A hundred years ago Alfred G. Sensenbach left Jackson Hole to be inducted into the Army. He never came home.

He never even made it into the service. Instead, during a time when America was focused on the war against Germany and was under siege by the great worldwide influenza epidemic, his death was a conjunction of the two great disasters. Reporting to take the oath in Kemmerer he was told the war was over and the draft didn’t need him. Alfred went to visit friends in Rock Springs, where, a week past his 22nd birthday, he died Nov. 23.

The headline on page 1 of the next Jackson’s Hole Courier said: “A.G. Sensenbach Victim of Pneumonia.”

This week it’s a century since he died, and next week is that long since he was buried on his family’s homestead near the south end of Timbered Island, in what’s now Grand Teton National Park. His grave is still there, alone, surrounded by a chest-high chain-link fence erected by Post 43 of the American Legion. That replaced a wooden rail fence that had been there.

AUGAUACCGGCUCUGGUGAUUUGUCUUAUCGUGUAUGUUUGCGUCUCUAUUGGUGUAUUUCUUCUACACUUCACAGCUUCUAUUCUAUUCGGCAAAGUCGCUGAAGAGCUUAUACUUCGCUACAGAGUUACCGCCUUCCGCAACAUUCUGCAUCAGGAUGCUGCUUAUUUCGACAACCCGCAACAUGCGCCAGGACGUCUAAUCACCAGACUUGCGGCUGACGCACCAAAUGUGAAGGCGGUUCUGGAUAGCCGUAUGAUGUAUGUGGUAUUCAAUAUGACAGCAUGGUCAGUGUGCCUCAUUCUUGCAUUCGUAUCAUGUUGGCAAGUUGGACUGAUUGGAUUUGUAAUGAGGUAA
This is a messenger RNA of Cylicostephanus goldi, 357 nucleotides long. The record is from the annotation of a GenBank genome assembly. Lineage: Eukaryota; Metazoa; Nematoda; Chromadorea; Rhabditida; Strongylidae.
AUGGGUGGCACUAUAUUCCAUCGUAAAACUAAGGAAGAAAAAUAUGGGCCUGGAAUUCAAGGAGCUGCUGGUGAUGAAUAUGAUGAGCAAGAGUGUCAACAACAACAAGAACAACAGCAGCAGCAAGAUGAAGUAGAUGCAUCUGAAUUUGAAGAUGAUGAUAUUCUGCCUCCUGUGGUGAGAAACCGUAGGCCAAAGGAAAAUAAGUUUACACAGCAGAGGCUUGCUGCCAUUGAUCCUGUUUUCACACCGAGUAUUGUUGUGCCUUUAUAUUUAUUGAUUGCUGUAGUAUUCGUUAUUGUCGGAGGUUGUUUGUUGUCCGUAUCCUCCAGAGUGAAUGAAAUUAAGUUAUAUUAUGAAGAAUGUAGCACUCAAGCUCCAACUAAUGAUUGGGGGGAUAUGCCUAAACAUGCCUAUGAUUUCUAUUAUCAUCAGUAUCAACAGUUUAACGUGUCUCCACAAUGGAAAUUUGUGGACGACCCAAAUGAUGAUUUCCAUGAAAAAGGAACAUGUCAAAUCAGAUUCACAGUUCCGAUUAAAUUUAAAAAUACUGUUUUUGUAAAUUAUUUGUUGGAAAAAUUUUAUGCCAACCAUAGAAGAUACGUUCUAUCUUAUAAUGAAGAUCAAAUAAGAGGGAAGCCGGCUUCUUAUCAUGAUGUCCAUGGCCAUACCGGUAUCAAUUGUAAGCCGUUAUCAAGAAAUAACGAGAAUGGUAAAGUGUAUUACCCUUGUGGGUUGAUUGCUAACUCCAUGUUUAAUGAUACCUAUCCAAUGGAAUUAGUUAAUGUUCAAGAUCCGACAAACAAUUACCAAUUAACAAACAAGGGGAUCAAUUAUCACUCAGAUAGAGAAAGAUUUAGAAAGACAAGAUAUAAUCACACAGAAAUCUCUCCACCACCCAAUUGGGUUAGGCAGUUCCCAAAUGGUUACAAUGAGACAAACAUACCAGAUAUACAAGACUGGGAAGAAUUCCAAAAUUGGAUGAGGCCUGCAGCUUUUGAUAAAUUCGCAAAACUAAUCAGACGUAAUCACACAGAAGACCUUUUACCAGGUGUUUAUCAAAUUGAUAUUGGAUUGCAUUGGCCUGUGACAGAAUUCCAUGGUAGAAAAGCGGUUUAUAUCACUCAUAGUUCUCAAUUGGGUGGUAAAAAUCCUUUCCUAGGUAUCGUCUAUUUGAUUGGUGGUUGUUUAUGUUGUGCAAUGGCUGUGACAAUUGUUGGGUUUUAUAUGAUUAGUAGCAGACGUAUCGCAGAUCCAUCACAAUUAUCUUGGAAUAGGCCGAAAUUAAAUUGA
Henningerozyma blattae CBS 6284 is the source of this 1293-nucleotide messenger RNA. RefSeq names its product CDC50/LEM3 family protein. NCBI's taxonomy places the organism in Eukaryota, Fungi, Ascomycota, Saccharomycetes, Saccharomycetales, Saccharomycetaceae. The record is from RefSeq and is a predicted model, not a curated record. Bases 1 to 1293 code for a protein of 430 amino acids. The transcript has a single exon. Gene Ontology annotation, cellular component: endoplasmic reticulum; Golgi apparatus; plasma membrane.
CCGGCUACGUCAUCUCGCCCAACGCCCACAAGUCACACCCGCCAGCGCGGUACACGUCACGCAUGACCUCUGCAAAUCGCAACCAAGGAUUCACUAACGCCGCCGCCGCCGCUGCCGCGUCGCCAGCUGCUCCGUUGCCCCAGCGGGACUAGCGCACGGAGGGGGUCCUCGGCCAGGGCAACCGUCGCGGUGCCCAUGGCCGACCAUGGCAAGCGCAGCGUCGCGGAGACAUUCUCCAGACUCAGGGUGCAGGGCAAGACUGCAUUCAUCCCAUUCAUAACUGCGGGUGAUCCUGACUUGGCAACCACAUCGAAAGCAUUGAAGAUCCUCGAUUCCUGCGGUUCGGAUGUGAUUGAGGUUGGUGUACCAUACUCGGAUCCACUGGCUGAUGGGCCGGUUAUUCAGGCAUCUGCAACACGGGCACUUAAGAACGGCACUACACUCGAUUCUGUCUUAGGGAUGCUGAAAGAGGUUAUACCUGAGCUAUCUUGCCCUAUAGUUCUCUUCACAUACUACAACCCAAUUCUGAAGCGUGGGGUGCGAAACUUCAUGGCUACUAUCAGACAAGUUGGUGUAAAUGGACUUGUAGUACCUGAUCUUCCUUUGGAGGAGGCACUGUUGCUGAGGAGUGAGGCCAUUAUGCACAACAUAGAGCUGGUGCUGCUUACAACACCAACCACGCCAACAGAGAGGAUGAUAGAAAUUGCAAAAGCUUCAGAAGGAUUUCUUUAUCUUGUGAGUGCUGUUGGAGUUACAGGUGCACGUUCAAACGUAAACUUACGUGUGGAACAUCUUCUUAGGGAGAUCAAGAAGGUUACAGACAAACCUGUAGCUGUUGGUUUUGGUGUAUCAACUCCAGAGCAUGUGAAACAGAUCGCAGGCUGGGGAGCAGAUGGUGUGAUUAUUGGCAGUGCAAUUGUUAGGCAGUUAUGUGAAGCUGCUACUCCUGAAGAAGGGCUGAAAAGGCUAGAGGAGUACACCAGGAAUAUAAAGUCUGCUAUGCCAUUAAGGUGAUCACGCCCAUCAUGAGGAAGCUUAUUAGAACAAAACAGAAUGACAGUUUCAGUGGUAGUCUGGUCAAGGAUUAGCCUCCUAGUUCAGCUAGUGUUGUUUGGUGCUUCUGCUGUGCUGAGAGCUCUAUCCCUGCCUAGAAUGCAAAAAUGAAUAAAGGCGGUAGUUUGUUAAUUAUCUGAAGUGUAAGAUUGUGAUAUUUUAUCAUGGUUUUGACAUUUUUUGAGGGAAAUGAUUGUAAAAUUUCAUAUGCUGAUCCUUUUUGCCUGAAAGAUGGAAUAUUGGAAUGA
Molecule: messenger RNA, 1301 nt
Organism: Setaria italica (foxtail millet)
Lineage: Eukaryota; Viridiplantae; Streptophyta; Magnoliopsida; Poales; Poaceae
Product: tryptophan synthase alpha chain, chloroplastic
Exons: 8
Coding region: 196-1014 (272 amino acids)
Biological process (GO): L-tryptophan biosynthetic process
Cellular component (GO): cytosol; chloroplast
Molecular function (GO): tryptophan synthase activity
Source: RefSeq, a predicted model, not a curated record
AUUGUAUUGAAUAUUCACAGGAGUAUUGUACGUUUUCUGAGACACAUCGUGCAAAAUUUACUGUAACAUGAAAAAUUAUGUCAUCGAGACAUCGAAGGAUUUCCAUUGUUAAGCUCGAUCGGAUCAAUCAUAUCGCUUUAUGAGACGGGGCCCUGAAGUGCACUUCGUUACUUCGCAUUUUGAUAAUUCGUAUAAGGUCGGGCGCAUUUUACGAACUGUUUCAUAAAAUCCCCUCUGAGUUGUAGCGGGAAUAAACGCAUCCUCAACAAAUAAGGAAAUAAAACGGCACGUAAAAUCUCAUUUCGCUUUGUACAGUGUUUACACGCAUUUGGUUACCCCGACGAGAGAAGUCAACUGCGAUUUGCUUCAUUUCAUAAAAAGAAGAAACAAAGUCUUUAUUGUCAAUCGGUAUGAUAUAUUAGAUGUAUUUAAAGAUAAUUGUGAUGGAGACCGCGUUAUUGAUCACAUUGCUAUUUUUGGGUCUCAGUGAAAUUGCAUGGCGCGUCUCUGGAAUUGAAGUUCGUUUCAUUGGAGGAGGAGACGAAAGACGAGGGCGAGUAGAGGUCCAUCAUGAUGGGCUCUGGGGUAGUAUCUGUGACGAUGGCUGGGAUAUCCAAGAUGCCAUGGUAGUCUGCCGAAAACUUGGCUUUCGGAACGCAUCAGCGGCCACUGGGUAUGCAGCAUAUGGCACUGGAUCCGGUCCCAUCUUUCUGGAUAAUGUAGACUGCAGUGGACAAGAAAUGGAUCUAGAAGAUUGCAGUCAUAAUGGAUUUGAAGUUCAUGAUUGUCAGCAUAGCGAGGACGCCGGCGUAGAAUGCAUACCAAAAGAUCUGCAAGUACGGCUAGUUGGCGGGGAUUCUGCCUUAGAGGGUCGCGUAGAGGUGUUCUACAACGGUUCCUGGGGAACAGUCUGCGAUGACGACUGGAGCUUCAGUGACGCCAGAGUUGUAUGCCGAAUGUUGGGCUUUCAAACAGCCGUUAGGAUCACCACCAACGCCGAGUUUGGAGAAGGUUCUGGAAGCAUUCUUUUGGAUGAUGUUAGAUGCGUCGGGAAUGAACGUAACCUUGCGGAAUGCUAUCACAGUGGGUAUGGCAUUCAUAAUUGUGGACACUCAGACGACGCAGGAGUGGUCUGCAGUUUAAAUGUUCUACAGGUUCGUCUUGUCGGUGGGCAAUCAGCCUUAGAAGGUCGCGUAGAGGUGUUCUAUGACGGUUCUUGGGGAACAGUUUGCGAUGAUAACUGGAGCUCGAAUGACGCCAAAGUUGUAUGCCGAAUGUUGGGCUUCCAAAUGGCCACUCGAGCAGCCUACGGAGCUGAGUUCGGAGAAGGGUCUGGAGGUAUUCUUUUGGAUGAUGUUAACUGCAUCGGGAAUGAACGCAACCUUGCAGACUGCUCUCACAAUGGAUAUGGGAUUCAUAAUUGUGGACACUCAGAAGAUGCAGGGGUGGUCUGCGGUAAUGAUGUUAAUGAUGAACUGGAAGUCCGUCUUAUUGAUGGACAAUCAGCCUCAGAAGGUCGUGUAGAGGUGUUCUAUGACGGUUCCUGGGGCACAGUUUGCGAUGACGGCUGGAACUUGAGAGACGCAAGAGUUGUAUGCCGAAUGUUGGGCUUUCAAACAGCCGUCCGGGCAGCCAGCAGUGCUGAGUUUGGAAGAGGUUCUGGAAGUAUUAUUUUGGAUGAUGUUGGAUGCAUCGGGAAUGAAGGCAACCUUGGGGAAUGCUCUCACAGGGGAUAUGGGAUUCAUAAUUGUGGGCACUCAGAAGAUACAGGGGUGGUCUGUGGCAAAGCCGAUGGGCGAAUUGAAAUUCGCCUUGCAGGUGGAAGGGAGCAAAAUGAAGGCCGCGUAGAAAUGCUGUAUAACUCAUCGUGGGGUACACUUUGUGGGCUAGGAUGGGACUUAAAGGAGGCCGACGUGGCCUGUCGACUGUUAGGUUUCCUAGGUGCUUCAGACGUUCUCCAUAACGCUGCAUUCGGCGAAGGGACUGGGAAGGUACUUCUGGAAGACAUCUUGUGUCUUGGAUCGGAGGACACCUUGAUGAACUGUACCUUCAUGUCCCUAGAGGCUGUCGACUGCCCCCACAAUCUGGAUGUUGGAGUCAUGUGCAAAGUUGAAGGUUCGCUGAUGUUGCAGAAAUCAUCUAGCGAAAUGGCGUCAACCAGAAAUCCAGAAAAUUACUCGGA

“He went down to Rock Springs. He had gone to some school there. He went down, got that flu bug — the epidemic — and he died,” said Charles Carlson, a nephew born five years after young Alfred died. “They shipped him up by railway to Victor and by wagon over the pass to Jackson Hole.”

The Courier reported that Alfred “went out to Kemmerer in response to his draft call, but, the armistice having been signed, he was released” and went on to Rock Springs.

Alfred’s death stood out even in a Jackson that had sent others to the war and that was battered by influenza at home.

The newspaper story said Alfred “was stricken with pneumonia, the disease very quickly claiming him its victim, so that the news of his death came without warning and was a great shock to relatives and friends.

“He was a splendid young man of admirable character and habits, and his death, coming when he was just on the threshold of manhood, brings general sorrow,” the unnamed reporter wrote.

Though Jackson Hole was a tiny town, it wasn't left untouched by World War I or Spanish Influenza. Read the full story on Jackson in 1918 here.

Contact Mark Huffman at 732-5907 or mark@jhnewsandguide.com.

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